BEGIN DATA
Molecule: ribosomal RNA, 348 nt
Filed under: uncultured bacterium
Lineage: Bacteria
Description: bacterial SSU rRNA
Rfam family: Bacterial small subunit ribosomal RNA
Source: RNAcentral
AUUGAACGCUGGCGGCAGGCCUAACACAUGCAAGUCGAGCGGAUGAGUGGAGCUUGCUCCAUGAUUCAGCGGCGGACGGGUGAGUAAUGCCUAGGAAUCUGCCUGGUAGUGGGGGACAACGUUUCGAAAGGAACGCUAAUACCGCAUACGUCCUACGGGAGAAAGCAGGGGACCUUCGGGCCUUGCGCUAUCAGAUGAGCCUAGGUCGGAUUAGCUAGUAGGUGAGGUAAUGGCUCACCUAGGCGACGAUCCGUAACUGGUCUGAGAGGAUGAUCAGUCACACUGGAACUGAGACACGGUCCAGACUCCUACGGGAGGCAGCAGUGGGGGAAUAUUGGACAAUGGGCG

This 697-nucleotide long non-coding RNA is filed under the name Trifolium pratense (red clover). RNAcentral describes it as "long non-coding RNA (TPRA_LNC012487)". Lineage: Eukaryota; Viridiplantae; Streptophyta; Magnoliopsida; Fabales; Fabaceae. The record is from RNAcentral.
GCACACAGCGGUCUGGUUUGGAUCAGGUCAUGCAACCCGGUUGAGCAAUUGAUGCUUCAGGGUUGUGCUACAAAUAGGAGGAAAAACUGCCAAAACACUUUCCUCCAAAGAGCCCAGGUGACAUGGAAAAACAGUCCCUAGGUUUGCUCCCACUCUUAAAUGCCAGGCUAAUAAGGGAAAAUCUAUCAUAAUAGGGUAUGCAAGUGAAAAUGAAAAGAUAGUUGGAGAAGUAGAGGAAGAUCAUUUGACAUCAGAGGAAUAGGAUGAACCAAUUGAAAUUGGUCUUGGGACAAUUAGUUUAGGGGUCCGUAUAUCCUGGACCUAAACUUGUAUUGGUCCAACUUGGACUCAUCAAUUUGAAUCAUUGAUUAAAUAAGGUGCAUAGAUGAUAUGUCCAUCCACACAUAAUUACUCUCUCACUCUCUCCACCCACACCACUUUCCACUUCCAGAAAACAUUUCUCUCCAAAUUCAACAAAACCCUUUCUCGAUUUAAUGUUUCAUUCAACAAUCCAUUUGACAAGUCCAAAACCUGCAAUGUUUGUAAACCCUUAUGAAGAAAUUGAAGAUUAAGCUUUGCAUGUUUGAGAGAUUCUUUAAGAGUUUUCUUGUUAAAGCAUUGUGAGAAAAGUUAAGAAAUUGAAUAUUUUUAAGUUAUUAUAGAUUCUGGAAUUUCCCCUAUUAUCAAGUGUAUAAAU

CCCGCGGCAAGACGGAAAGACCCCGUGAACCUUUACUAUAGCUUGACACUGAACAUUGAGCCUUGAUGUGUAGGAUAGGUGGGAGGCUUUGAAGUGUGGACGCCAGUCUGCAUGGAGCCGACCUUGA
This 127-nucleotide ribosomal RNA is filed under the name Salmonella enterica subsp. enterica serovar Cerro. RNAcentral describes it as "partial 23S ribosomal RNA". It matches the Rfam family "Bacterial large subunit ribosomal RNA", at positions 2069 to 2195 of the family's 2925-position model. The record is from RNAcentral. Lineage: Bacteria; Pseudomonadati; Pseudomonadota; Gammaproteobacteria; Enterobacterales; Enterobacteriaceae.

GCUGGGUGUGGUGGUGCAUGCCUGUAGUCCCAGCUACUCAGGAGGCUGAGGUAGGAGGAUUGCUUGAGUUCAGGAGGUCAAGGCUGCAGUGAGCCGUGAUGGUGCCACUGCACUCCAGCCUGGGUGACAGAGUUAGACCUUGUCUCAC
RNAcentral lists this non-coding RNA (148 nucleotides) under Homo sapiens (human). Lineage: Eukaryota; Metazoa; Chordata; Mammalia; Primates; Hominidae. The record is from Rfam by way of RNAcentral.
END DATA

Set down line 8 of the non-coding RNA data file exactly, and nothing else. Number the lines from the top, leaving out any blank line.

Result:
This 697-nucleotide long non-coding RNA is filed under the name Trifolium pratense (red clover). RNAcentral describes it as "long non-coding RNA (TPRA_LNC012487)". Lineage: Eukaryota; Viridiplantae; Streptophyta; Magnoliopsida; Fabales; Fabaceae. The record is from RNAcentral.